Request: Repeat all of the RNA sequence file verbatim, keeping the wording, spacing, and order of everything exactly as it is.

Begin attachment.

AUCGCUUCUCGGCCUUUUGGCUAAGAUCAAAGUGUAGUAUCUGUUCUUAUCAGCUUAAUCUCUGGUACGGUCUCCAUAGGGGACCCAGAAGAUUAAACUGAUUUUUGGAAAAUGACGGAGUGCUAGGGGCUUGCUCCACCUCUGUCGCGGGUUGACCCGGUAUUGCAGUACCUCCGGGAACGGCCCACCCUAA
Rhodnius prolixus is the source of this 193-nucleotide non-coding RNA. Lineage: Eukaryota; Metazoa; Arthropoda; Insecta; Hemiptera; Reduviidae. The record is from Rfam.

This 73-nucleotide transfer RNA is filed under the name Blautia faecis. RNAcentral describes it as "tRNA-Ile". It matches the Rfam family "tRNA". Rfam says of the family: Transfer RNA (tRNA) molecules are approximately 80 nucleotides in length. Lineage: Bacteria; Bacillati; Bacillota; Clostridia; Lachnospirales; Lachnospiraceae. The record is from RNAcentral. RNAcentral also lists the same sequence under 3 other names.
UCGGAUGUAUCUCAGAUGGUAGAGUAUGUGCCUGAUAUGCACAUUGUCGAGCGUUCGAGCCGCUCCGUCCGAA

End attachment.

AUCGCUUCUCGGCCUUUUGGCUAAGAUCAAAGUGUAGUAUCUGUUCUUAUCAGCUUAAUCUCUGGUACGGUCUCCAUAGGGGACCCAGAAGAUUAAACUGAUUUUUGGAAAAUGACGGAGUGCUAGGGGCUUGCUCCACCUCUGUCGCGGGUUGACCCGGUAUUGCAGUACCUCCGGGAACGGCCCACCCUAA
Rhodnius prolixus is the source of this 193-nucleotide non-coding RNA. Lineage: Eukaryota; Metazoa; Arthropoda; Insecta; Hemiptera; Reduviidae. The record is from Rfam.

This 73-nucleotide transfer RNA is filed under the name Blautia faecis. RNAcentral describes it as "tRNA-Ile". It matches the Rfam family "tRNA". Rfam says of the family: Transfer RNA (tRNA) molecules are approximately 80 nucleotides in length. Lineage: Bacteria; Bacillati; Bacillota; Clostridia; Lachnospirales; Lachnospiraceae. The record is from RNAcentral. RNAcentral also lists the same sequence under 3 other names.
UCGGAUGUAUCUCAGAUGGUAGAGUAUGUGCCUGAUAUGCACAUUGUCGAGCGUUCGAGCCGCUCCGUCCGAA